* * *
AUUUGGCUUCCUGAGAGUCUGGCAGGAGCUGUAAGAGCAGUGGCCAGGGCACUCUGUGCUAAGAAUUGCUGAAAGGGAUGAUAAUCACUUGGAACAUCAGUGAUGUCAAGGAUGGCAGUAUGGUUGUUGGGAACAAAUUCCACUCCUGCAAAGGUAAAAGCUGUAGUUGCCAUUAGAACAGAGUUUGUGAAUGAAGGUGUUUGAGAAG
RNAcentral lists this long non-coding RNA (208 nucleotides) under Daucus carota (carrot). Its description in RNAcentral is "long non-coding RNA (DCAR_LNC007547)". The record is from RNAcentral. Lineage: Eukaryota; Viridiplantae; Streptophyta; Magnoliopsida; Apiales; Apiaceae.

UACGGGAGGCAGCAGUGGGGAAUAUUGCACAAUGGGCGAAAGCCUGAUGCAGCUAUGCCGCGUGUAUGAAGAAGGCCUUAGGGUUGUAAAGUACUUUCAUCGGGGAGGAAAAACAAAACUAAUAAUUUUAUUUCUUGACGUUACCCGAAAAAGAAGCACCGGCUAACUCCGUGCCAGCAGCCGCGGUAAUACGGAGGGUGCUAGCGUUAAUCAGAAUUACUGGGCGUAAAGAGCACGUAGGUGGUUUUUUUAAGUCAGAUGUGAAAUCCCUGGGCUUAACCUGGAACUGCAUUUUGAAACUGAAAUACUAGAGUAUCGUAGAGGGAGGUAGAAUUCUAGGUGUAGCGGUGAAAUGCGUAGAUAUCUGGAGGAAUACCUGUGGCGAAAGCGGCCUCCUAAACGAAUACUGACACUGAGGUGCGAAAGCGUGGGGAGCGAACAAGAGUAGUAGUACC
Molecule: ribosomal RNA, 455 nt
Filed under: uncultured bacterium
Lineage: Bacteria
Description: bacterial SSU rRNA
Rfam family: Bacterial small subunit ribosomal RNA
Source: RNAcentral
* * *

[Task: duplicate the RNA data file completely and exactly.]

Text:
AUUUGGCUUCCUGAGAGUCUGGCAGGAGCUGUAAGAGCAGUGGCCAGGGCACUCUGUGCUAAGAAUUGCUGAAAGGGAUGAUAAUCACUUGGAACAUCAGUGAUGUCAAGGAUGGCAGUAUGGUUGUUGGGAACAAAUUCCACUCCUGCAAAGGUAAAAGCUGUAGUUGCCAUUAGAACAGAGUUUGUGAAUGAAGGUGUUUGAGAAG
RNAcentral lists this long non-coding RNA (208 nucleotides) under Daucus carota (carrot). Its description in RNAcentral is "long non-coding RNA (DCAR_LNC007547)". The record is from RNAcentral. Lineage: Eukaryota; Viridiplantae; Streptophyta; Magnoliopsida; Apiales; Apiaceae.

UACGGGAGGCAGCAGUGGGGAAUAUUGCACAAUGGGCGAAAGCCUGAUGCAGCUAUGCCGCGUGUAUGAAGAAGGCCUUAGGGUUGUAAAGUACUUUCAUCGGGGAGGAAAAACAAAACUAAUAAUUUUAUUUCUUGACGUUACCCGAAAAAGAAGCACCGGCUAACUCCGUGCCAGCAGCCGCGGUAAUACGGAGGGUGCUAGCGUUAAUCAGAAUUACUGGGCGUAAAGAGCACGUAGGUGGUUUUUUUAAGUCAGAUGUGAAAUCCCUGGGCUUAACCUGGAACUGCAUUUUGAAACUGAAAUACUAGAGUAUCGUAGAGGGAGGUAGAAUUCUAGGUGUAGCGGUGAAAUGCGUAGAUAUCUGGAGGAAUACCUGUGGCGAAAGCGGCCUCCUAAACGAAUACUGACACUGAGGUGCGAAAGCGUGGGGAGCGAACAAGAGUAGUAGUACC
Molecule: ribosomal RNA, 455 nt
Filed under: uncultured bacterium
Lineage: Bacteria
Description: bacterial SSU rRNA
Rfam family: Bacterial small subunit ribosomal RNA
Source: RNAcentral